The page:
“Bennett has been attacking the Likud for over a month now,” Elkin said. “Actually, he’s been doing so from the outset. The only difference is that the Likud has been responding to him for the last week. Bennett is complaining and decrying the fact that Likud is attacking him and splitting the right. He sounds like a Cossack who was robbed.”
“Bennett’s attacks are a mistake because the religious Zionist camp has no interest in clashing with the Likud,” he said. “The Likud went a long way to try to satisfy the religious Zionists, some of whom burrowed their way into the Likud, the party’s central committee, and the party membership.”
“There are two representatives of the religious Zionist camp among the top 10 candidates on the Likud slate,” Elkin said. “During the last term in office, many of the budgetary problems plaguing the religious Zionists were solved thanks to the large religious Zionist contingent in the ruling party.”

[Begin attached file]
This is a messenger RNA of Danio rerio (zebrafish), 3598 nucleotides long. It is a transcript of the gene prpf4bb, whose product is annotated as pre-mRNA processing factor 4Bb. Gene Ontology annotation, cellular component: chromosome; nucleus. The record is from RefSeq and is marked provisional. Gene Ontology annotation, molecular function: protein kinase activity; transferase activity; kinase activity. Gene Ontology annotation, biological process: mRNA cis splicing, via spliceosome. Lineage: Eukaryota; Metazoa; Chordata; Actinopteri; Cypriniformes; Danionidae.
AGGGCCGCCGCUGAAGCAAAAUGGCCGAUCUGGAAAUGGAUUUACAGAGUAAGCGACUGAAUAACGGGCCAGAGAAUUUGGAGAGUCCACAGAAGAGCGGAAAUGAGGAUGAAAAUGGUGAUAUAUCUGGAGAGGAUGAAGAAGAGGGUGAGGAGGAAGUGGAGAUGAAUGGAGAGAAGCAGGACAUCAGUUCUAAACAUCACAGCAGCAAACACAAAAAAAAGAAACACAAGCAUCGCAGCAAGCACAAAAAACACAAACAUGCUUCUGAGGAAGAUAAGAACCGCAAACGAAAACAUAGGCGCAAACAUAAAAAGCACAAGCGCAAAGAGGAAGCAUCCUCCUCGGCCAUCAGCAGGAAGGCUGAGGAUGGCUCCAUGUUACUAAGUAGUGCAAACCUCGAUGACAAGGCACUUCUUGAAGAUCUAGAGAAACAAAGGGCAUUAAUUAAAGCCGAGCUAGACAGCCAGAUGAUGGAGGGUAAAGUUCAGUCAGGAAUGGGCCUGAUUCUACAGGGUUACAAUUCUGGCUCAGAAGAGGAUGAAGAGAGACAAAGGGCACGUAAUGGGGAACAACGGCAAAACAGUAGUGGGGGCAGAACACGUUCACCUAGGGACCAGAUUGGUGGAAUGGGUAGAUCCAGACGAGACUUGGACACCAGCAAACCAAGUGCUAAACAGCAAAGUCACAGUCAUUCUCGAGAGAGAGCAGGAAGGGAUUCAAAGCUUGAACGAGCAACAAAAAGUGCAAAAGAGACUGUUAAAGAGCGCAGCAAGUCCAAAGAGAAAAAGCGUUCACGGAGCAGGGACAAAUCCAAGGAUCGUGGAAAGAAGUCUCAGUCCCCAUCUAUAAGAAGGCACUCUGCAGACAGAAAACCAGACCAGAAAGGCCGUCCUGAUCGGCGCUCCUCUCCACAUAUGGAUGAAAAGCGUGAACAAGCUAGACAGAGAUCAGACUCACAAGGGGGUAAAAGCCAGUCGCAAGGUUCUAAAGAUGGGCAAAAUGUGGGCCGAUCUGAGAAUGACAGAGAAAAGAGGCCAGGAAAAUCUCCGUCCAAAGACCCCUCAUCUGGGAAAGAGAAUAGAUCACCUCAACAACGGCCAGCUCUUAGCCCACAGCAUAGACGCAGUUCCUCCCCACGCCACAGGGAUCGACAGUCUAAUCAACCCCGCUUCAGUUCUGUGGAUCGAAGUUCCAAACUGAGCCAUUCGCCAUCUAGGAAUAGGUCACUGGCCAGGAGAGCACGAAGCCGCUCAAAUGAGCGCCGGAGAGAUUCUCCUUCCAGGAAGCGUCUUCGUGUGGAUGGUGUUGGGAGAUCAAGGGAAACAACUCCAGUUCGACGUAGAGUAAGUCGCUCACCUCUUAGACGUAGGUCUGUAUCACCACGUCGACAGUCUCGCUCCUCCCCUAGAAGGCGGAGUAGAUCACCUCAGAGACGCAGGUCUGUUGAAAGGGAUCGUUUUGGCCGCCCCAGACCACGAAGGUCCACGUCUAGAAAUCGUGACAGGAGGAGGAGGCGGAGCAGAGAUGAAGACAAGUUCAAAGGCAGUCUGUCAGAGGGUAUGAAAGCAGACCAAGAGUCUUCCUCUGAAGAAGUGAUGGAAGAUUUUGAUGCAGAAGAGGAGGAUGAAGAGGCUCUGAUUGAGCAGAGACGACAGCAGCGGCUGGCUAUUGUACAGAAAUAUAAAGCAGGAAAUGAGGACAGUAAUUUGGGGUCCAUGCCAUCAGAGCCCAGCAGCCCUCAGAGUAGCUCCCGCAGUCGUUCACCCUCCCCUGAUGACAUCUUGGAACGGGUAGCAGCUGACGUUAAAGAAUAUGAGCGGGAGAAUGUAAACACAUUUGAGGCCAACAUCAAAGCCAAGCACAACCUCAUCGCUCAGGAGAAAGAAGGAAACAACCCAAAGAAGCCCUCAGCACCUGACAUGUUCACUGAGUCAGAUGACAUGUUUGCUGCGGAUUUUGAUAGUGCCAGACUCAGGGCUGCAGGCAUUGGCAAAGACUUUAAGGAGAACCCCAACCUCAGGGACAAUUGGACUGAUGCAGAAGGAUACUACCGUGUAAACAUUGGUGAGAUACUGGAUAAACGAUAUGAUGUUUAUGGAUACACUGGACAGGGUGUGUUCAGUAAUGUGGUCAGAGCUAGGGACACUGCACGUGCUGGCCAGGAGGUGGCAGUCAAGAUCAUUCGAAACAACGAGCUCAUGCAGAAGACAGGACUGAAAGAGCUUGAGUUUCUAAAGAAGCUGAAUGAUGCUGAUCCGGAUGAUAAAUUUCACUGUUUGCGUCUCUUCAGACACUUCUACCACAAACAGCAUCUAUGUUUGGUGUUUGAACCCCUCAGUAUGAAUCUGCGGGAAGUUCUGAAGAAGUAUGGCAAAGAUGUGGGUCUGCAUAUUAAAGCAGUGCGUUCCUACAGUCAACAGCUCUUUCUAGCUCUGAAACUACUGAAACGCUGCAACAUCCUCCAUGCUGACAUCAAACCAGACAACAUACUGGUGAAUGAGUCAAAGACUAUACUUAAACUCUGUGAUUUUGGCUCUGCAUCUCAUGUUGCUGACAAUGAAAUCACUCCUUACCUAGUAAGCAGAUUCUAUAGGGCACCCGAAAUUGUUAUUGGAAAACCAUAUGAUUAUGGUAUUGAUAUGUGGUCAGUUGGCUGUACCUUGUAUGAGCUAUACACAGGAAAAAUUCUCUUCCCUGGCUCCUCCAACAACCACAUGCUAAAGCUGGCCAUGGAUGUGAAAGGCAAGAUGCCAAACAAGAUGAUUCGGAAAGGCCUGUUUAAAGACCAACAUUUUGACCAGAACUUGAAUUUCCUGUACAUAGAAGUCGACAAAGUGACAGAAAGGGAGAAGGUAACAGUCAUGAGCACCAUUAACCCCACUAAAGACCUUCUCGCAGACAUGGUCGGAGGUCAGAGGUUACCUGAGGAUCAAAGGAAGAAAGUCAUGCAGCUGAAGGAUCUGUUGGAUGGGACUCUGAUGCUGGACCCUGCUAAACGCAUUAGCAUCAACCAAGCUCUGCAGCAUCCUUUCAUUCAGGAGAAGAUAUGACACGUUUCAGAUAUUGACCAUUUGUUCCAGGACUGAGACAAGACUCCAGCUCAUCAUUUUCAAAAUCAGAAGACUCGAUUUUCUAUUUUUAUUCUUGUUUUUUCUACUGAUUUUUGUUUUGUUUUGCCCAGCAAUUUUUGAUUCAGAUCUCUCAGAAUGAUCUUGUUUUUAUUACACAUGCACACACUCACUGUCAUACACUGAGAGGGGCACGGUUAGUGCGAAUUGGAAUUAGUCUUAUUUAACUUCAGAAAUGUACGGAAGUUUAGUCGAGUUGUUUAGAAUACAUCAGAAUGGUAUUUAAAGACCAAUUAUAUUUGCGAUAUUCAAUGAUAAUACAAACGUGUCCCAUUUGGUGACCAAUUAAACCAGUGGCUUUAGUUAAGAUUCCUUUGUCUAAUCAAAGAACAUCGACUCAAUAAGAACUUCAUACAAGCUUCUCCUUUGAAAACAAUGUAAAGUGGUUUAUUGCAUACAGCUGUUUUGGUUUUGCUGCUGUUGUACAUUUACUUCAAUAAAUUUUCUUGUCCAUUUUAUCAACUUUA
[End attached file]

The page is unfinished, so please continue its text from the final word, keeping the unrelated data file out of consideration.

In recent years, there appeared to be an alliance between the Likud and the National Religious Party (the forerunner to the Habayit Hayehudi). What happened this time around?
“The policy we opted for in the national-religious platform of our party is not one that favors war,” he said. “Our policy is based on two main elements: discussing what the Likud has done and what it intends to do; and mapping out a set of guiding principles.”
“The National Religious Party has in the past captured between nine and 12 Knesset seats,” Elkin said. “That is certainly a way to wield influence, but there is a glass ceiling in play here. Religious Zionism has set upon a path that is entirely different from that of ultra-Orthodox Judaism. The former believes in integration rather than separation. Obviously the best way to do this is to go through the party that is leading the nationalist camp.”
“Both Bennett and Ayelet Shaked believe that this is the way,” he said. “Bennett said similar things when he considered running in the Likud. Shaked was also a member of the Likud central committee before quitting to run for a spot with Habayit Hayehudi.”